After successive years where March has seen the ground begin to dry out after the winter downpours, 2023 appears to have bucked the trend. CPM met up with the Bayer Crop Doctor team to survey sites around the country and get a feel for the possible disease challenges ahead.

By Lucy de la Pasture and Janine Adamson

The spring equinox often marks the time when winter wheat crops go into stem extension, triggering the first fungicide application of the season in crops where a T0 is merited. In 2023, above average March rainfall may have put things on hold until the ground can travel.

While that’s not a disaster in wheat crops which aren’t battling yellow rust, it has the potential to compromise the best laid fungicide plans in winter barley and oilseed rape crops.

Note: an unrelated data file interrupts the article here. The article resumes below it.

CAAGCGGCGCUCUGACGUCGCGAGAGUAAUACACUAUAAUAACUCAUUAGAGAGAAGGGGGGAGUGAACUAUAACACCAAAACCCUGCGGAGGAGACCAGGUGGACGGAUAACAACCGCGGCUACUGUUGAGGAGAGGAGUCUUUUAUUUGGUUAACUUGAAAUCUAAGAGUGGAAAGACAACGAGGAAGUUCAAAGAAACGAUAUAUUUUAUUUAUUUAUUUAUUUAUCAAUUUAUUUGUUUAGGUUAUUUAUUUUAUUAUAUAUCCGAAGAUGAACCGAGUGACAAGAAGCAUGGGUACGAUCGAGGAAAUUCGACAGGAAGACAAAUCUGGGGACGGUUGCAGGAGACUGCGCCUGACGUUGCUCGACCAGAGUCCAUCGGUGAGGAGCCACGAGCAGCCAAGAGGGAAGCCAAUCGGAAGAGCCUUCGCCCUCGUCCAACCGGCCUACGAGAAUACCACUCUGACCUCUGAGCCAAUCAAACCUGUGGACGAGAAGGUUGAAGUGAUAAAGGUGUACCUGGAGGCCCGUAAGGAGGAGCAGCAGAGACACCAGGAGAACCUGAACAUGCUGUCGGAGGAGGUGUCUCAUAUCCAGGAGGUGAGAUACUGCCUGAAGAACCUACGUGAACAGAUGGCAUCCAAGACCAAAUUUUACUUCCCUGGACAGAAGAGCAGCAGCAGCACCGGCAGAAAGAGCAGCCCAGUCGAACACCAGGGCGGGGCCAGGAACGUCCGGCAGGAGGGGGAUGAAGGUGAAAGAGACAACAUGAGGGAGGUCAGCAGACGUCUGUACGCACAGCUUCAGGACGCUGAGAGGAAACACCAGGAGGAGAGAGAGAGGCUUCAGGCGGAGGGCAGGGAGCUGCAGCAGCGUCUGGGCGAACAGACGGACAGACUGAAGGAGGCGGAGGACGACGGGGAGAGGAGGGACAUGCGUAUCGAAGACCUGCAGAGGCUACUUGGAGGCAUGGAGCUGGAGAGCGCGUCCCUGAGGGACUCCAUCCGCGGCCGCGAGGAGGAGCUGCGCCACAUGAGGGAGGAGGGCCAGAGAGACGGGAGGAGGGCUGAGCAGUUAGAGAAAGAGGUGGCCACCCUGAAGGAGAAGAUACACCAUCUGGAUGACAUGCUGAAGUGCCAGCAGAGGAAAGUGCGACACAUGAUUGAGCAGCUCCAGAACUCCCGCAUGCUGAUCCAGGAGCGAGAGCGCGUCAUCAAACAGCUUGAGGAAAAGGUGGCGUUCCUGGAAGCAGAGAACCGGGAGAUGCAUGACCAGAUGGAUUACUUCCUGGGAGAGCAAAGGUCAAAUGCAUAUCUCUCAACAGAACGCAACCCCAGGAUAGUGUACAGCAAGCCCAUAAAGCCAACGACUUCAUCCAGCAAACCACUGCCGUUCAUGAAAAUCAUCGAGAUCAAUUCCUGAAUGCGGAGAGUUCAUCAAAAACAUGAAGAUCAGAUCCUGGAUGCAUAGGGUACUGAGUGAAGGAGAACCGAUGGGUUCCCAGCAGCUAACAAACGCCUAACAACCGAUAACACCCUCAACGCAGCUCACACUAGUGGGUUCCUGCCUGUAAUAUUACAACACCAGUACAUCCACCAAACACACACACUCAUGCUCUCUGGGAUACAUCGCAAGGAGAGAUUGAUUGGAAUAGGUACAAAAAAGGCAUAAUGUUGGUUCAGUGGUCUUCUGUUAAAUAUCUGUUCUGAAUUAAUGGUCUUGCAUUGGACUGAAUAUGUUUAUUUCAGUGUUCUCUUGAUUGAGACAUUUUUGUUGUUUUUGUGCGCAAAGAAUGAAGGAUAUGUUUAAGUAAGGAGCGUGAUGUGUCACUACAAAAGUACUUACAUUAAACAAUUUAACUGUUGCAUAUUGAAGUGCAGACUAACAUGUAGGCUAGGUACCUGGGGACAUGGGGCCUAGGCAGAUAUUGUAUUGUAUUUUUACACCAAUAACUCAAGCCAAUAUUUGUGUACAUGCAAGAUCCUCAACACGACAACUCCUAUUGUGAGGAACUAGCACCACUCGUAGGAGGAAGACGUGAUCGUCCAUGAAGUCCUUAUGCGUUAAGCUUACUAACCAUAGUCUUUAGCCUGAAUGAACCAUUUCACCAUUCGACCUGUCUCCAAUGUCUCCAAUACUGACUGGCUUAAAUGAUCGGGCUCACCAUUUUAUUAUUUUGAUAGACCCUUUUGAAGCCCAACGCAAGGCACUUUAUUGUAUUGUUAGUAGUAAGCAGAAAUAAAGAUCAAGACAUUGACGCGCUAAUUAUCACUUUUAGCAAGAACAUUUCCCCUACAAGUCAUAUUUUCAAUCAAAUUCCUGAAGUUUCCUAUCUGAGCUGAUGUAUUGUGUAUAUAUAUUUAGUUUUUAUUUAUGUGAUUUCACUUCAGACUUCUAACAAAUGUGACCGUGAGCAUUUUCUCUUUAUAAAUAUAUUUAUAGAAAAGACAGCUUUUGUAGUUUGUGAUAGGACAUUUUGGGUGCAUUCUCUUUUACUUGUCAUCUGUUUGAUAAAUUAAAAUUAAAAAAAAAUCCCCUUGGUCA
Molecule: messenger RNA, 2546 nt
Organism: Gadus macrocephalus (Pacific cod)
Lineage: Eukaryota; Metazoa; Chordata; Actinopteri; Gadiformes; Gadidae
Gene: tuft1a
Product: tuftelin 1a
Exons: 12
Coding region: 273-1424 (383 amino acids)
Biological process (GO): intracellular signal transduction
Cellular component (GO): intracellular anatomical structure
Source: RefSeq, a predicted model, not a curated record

Long Sutton, Lincolnshire

Yellow rust would normally be evident in crops by now but David Hoyles says two sharp frosts recently, which is unusual at Long Sutton, has probably helped subdue infection.

Kicking off Crop Doctor for the season saw the team visit David Hoyles’ farm at Long Sutton, Lincolnshire on 21 March. On first inspection, all plots looked much further ahead than expected given the 15 October drilling date, although perhaps not so unusual for David’s crops which tend to get away quickly in the spring.

Leading the assessment was ADAS’ Jonathan Blake, who attributes this progression to the mild autumn growers experienced. “The crop plots looks like they were drilled a fortnight earlier, and while the canopies looks healthy, there’s a lot of septoria already present on lower leaves,” he says.

“There’s a sea of inoculum across all varieties, even KWS Extase, which is commended for its resistance package. It’s not surprising given the forward nature of the plants – they’re behaving in a similar way to early drilled crops.

“We’d expect plant genetics to show through soon because varietal disease ratings are based on adult plants, not juveniles. But the severity in any given variety will also depend on the weather.”